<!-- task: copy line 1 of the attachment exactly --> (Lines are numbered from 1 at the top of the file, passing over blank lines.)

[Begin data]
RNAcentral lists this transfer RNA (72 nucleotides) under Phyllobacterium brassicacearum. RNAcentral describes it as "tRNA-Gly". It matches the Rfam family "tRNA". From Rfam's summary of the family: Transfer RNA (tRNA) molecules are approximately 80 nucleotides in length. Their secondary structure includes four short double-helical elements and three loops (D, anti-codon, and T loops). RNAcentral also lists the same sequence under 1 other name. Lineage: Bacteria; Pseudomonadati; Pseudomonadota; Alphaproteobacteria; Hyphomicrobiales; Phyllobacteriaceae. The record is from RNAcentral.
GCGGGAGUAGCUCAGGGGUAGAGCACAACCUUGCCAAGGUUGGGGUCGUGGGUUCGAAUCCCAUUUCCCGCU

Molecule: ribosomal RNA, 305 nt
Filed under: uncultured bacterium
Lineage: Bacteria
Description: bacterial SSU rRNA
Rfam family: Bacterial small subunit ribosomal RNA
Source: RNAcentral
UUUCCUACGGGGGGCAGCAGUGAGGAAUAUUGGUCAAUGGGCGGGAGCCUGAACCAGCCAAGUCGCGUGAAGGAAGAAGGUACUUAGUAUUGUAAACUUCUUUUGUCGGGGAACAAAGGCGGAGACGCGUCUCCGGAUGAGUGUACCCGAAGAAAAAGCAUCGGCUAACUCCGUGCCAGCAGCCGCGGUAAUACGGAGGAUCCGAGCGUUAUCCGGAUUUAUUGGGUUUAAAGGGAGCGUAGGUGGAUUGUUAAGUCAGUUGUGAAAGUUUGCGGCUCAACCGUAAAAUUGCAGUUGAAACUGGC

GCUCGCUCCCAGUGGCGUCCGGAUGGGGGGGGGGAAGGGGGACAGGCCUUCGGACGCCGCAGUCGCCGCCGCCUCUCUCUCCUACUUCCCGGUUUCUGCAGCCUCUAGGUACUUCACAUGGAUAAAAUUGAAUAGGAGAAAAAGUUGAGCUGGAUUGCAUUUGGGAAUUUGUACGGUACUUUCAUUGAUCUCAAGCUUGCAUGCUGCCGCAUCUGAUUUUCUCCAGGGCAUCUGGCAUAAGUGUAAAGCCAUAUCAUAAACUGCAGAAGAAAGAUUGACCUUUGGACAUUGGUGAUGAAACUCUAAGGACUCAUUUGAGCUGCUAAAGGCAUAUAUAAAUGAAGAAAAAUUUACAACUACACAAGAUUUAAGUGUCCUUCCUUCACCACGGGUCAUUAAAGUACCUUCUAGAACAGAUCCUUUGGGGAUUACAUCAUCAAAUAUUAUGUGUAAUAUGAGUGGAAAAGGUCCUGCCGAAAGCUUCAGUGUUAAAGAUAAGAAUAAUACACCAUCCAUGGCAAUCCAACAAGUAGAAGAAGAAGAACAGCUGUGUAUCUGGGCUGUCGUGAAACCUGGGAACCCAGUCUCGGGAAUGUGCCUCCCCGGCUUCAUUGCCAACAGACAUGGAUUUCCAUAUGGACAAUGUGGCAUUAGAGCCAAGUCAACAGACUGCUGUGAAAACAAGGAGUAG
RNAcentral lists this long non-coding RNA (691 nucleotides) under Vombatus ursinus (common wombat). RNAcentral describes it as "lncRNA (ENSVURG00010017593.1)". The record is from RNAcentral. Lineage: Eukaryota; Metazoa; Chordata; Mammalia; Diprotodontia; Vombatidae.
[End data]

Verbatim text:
RNAcentral lists this transfer RNA (72 nucleotides) under Phyllobacterium brassicacearum. RNAcentral describes it as "tRNA-Gly". It matches the Rfam family "tRNA". From Rfam's summary of the family: Transfer RNA (tRNA) molecules are approximately 80 nucleotides in length. Their secondary structure includes four short double-helical elements and three loops (D, anti-codon, and T loops). RNAcentral also lists the same sequence under 1 other name. Lineage: Bacteria; Pseudomonadati; Pseudomonadota; Alphaproteobacteria; Hyphomicrobiales; Phyllobacteriaceae. The record is from RNAcentral.